But he pointed out that rising energy costs, rising wages and rising rents could all keep inflation in early 2022 higher than expected.
He continued: “It now looks like the factors pushing inflation up will persist into the next year.”
His comments were accompanied by a signal that the Fed may now begin to unwind its asset purchases – quantitative easing in the lingo – faster than previously reported.
The Fed announced early last month that it would cut its $ 120 billion monthly asset purchases by $ 15 billion in November and December.
This would mean that QE would end in June of next year – with the end of QE being a prerequisite for the Fed to start raising US interest rates from their current near zero level.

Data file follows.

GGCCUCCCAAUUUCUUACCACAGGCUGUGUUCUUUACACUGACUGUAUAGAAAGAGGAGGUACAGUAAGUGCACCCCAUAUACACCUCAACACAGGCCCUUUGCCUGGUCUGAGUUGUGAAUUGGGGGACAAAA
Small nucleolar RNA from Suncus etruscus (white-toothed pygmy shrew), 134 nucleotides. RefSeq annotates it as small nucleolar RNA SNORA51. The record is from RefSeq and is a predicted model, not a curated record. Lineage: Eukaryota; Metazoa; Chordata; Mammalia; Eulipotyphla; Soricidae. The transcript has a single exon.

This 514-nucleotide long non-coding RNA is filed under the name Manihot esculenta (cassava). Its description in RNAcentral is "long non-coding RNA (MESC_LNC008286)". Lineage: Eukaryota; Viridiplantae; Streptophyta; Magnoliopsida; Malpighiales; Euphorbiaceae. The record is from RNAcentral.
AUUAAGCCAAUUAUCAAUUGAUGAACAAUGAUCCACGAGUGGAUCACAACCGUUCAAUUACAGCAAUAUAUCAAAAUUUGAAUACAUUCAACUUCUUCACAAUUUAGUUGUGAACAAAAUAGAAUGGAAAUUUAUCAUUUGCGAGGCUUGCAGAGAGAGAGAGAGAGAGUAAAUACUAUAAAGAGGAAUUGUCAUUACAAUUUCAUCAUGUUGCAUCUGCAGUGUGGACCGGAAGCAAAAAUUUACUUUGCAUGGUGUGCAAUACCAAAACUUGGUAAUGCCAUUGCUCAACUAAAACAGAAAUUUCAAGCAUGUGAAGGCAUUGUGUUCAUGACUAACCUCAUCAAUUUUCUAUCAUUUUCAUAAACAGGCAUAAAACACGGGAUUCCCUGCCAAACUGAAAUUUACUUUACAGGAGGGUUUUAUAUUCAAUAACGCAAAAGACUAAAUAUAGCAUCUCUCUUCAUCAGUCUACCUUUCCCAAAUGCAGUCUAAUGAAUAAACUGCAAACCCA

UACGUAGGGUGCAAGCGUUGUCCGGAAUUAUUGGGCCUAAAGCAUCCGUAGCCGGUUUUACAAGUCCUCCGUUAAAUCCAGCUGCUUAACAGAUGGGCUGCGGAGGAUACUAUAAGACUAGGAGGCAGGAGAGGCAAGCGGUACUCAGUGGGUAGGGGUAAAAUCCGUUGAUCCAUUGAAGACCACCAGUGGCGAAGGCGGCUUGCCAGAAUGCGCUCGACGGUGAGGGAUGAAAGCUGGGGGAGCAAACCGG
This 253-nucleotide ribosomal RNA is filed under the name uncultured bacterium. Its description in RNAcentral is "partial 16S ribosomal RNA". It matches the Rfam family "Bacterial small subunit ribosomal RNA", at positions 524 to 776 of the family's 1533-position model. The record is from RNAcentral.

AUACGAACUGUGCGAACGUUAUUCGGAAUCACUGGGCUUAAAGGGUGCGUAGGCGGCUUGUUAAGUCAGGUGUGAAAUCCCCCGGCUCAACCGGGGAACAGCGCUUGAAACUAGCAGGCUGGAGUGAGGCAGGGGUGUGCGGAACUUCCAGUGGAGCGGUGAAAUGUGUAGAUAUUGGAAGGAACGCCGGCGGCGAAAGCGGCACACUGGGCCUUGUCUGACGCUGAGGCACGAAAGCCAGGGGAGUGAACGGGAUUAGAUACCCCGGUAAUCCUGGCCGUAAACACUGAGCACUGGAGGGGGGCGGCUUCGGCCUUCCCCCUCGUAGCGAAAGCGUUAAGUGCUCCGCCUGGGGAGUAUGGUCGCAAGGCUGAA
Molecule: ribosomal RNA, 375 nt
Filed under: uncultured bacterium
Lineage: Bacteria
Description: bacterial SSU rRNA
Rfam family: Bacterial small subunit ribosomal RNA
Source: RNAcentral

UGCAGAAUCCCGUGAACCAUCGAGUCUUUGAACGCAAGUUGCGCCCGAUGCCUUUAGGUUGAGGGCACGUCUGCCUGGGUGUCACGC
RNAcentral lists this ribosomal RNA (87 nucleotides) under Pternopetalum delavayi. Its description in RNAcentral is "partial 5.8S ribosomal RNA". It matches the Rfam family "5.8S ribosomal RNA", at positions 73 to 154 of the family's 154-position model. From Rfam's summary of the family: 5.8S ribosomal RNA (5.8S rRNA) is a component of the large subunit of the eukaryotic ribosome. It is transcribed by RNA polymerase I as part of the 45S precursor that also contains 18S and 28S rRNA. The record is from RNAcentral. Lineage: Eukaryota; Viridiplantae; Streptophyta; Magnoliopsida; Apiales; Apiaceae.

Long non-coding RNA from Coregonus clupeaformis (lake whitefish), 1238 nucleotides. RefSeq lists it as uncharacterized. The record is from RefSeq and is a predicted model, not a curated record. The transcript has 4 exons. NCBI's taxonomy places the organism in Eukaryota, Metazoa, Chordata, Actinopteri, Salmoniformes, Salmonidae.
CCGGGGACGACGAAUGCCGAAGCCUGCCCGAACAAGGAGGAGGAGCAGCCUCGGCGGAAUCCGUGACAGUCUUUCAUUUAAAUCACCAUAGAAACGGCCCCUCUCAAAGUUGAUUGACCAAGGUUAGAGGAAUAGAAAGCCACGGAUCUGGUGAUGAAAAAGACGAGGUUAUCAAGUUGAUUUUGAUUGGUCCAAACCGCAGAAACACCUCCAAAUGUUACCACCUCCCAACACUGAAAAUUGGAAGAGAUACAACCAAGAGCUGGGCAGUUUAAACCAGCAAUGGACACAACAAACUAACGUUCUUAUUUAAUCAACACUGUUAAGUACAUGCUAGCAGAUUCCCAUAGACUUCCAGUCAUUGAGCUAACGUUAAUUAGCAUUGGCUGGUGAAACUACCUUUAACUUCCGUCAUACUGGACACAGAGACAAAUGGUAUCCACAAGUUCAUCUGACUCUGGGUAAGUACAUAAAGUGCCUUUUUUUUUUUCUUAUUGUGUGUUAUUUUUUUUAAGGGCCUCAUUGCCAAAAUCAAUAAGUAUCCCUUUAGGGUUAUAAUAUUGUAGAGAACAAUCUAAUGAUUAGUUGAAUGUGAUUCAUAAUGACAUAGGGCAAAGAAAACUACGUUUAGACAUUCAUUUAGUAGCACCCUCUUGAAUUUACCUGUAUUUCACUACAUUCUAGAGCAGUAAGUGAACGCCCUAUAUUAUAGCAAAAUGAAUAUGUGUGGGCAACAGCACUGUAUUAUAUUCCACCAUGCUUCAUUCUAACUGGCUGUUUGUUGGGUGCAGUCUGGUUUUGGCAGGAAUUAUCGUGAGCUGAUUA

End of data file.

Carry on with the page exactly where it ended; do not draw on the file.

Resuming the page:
But Mr Powell said last night: “The economy is very strong and inflationary pressures are high, so it is appropriate, in my opinion, to consider ending the reduction in our asset purchases … can -be a few months earlier. “
It was certainly a marked change of tone on the part of Mr. Powell who, just last week, was reappointed by US President Joe Biden for a second four-year term on the more accommodating Lael Brainard.
And his comments rocked the stock markets – knocking the S&P 500, Dow Jones Industrial Average and Nasdaq down 1.6% to 1.9% each. In the S & P500, the largest stock index in the United States, only eight stocks did not fall.
In the Asia-Pacific region and in Europe, the markets have rallied Wednesday, in part because, upon reflection, investors decided that a normalization of monetary policy in the United States can be seen as a sign that the US economy – and by extension the world economy – is also returning to the normal.